Calories: 900 Sat Fat: 9 grams Sodium: 2,200 mg
Blame the deep-fried tofu (bean curd). Ask them to stir-fry it instead.
Szechuan String Beans
Calories: 600 Sat Fat: 6 grams Sodium: 2,700 mg
String beans in chili-pepper-garlic sauce don't sop up as much oil as spinach or eggplant, but the sodium is still ridiculous.
Stir-Fried Mixed Vegetables (Buddha's Delight)
Calories: 500 Sat Fat: 2 grams Sodium: 2,200 mg
A veggie lode. Mix it with a vegetable-poor dish to create two (or three) healthier meals.
Ma Po (Hunan) Tofu
Calories: 600 Sat Fat: 4 grams Sodium: 2,300 mg
A pound of soft tofu (bean curd) with scallions isn’t too bad if—like the samples we analyzed— it comes without the pork that some restaurants add.
Meat & Seafood
Chicken with Black Bean Sauce
Calories: 700 Sat Fat: 5 grams Sodium: 3,800 mg
Expect ½ to ¾ pound of sliced stir-fried chicken with chunks of green pepper and onion. If only it weren’t so high in sodium.
General Tso's Chicken
Calories: 1,300 Sat Fat: 11 grams Sodium: 3,200 mg
The name may sound exotic, but it’s essentially fried chicken with a smattering of vegetables.
Lemon Chicken
Calories: 1,400 Sat Fat: 13 grams Sodium: 700 mg
It’s like eating three McDonald’s McChicken sandwiches plus a 32-oz. Coke. The culprit? The deep-fried breading.
Kung Pao Chicken
Calories: 1,400 Sat Fat: 13 grams Sodium: 2,600 mg
The calories may be high (thanks to nuts). But at least you’re getting stir-fried (not battered and deep-fried) chicken and veggies.
Moo Goo Gai Pan
Calories: 600 Sat Fat: 4 grams Sodium: 1,800 mg
Stir-fried vegetables and chicken keep the calories and saturated fat (but not the sodium) relatively low.
Chicken Chow Mein (with crispy noodles)
Calories: 700 Sat Fat: 10 grams Sodium: 2,500 mg
Chow Mein varies. Our numbers are for vegetables and chicken served with rice (not soft noodles). Add 120 calories if you eat the thin, crispy fried noodles that come on the side.
Mu Shu Pork (without the pancakes)
Calories: 1,000 Sat Fat: 13 grams Sodium: 2,600 mg
Two-thirds of the dish is veggies. Add roughly 90 calories for each 8-inch pancake or 60 calories for each 6-inch pancake. Mu Shu Chicken cuts about 200 calories and 5 grams of sat fat.
Orange (Crispy) Beef
Calories: 1,500
Sat Fat:
11 grams Sodium: 3,100 mg
Orange (or Crispy) Beef has roughly ¾ pound of flour-coated, deep-fried meat that isn’t outweighed by the garnish of vegetables. Shrimp or chicken might trim the sat fat, but you’ll still be downing more than 1,000 calories and two days’ sodium.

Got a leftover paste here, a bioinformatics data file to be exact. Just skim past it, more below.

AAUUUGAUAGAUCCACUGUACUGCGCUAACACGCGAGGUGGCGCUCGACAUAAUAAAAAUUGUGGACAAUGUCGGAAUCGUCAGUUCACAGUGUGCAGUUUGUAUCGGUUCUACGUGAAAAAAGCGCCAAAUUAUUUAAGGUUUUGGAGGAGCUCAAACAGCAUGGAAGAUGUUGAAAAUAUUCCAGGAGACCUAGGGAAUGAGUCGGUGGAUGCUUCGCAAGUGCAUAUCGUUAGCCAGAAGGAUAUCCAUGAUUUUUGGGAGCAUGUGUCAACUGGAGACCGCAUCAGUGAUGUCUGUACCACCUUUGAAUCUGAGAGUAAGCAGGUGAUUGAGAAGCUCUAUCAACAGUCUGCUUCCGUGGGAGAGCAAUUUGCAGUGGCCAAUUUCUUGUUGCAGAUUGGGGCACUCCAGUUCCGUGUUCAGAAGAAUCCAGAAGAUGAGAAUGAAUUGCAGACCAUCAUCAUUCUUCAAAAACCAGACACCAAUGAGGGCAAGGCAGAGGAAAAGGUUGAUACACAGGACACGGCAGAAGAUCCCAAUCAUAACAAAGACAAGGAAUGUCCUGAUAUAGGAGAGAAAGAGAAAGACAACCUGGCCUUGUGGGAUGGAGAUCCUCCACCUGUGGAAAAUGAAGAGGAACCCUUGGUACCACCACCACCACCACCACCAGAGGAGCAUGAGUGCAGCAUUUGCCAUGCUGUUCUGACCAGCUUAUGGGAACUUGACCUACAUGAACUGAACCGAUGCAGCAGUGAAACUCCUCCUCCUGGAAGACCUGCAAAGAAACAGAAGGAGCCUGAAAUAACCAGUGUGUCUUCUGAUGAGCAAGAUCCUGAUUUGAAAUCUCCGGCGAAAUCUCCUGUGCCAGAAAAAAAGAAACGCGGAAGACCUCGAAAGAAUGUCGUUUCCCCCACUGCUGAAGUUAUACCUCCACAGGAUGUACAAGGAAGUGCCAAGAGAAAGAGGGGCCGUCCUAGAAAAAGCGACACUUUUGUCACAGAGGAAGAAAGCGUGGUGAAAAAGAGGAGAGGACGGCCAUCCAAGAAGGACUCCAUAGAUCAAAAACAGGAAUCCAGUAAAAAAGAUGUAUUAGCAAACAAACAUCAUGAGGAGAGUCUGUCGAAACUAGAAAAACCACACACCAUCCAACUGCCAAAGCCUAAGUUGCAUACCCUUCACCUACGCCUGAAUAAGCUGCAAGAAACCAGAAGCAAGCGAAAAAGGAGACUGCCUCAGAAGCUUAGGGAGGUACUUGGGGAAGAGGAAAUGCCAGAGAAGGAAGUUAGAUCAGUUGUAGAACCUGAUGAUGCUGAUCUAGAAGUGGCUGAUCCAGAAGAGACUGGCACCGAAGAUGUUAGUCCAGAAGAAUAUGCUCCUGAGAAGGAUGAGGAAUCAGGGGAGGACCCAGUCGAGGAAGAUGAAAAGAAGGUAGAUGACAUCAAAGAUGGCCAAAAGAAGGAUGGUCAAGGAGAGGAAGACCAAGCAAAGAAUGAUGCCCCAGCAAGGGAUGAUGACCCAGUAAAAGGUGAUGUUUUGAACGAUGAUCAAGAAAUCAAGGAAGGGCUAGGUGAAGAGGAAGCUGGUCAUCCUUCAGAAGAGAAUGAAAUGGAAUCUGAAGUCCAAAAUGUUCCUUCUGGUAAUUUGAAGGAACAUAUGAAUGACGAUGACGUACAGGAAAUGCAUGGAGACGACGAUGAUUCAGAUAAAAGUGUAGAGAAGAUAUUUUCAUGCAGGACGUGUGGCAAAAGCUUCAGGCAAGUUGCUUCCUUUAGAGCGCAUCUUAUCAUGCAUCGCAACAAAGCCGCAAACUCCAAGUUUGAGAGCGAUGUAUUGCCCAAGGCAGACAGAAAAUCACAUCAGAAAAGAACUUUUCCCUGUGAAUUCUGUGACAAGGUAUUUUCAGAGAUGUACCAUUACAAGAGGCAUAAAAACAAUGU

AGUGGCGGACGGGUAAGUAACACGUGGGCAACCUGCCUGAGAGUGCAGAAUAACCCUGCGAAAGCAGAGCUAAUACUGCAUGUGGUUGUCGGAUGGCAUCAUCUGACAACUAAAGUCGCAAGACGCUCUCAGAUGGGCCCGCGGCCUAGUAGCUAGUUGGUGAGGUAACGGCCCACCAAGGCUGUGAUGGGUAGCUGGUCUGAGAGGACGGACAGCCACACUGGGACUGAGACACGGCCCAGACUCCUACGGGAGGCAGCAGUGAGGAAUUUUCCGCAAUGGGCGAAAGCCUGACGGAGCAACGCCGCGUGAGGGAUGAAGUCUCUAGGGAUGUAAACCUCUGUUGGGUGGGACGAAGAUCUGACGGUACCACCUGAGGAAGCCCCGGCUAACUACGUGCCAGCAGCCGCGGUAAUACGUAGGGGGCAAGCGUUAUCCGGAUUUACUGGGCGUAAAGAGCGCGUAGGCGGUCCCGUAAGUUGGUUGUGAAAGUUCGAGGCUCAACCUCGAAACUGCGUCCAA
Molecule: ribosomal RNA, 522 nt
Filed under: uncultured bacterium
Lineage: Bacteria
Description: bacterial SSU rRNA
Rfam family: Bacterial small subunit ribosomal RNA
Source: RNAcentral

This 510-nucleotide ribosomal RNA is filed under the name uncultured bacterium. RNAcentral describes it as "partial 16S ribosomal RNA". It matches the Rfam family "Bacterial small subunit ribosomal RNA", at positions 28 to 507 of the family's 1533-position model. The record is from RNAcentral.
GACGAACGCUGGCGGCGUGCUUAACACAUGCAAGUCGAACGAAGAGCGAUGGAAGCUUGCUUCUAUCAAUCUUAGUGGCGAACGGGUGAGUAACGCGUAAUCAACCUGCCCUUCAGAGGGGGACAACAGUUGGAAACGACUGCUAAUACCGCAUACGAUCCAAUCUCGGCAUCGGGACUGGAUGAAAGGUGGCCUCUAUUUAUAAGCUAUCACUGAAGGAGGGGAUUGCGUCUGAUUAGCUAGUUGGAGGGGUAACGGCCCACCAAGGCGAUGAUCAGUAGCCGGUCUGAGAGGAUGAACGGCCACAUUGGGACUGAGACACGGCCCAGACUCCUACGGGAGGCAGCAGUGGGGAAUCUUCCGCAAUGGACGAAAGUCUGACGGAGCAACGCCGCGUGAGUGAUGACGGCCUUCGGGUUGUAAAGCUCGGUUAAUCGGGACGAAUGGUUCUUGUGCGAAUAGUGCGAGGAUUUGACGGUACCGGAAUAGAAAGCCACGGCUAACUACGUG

Beef with Broccoli
Calories: 900 Sat Fat: 9 grams Sodium: 3,200 mg
Although more than half the dish is broccoli, the ½ pound of beef still packs half a day’s worth of saturated fat.
Sweet & Sour Pork
Calories: 1,300 Sat Fat: 13 grams Sodium: 800 mg
More sugar means less salt. Sweet & Sour Chicken may be slightly lower in calories and saturated fat. But either way, you’re eating more oil-soaked breading than meat.
Shrimp with Garlic Sauce
Calories: 700 Sat Fat: 4 grams Sodium: 3,000 mg
Shrimp stir-fried with veggies. The calories and saturated fat—but not the sodium—stay on the lowish side.
Shrimp with Lobster Sauce
Calories: 400 Sat Fat: 3 grams Sodium: 2,300 mg
Shrimp in wine sauce with a sprinkling of mushrooms, egg, and scallions isn’t quite as good as shrimp with snap peas, broccoli, or other veggies. But at least it won’t pad your midsection like battered, deep-fried dishes will.
Szechuan Shrimp
Calories: 700 Sat Fat: 2 grams Sodium: 2,500 mg
Shrimp stir-fried with vegetables in chili pepper-garlic sauce. It’s likely to be almost half vegetables, so the calories (though not the sodium) stay under control. If it’s breaded and deep-fried or contains nuts, the calories climb.


Rice & Noodles


Chicken Chow Foon
Calories: 1,200 Sat Fat: 7 grams Sodium: 3,400 mg
Like the thinner lo mein noodles, these soft, wide, rice noodles are a blow to your belly and blood pressure, and the veggies are still largely AWOL.
Combination (House) Fried Rice
Calories: 1,500 Sat Fat: 10 grams Sodium: 2,700 mg
Why blow three-quarters of a day’s calories on 4 or 5 cups of salted white rice, oil, and meat sprinkled with vegetable bits?
A single version (vegetable, shrimp, chicken, beef, or pork) still has at least 1,000 calories.
Combination (House) Lo Mein
Calories: 1,100 Sat Fat: 7 grams Sodium: 3,500 mg
Beef, chicken, pork, shrimp, vegetables, and oily noodles. Budget fewer calories for the solo chicken, shrimp, or vegetable version, but it’s still a load of greasy refined carbs.
Combination (House) Chow Mein (with soft noodles)
Calories: 1,200 Sat Fat: 9 grams Sodium: 3,600 mg
This version of chow mein features soft egg noodles stir-fried with beef, pork, chicken, shrimp, and a smattering of vegetables. It looks like lo mein on the plate...and on your hips and arteries. You can lose a few hundred calories by switching to a single version (chicken, shrimp, or vegetable).

Daily Limits (for a 2,000-calorie diet): Saturated Fat: 20 grams. Sodium: 1,500 milligrams.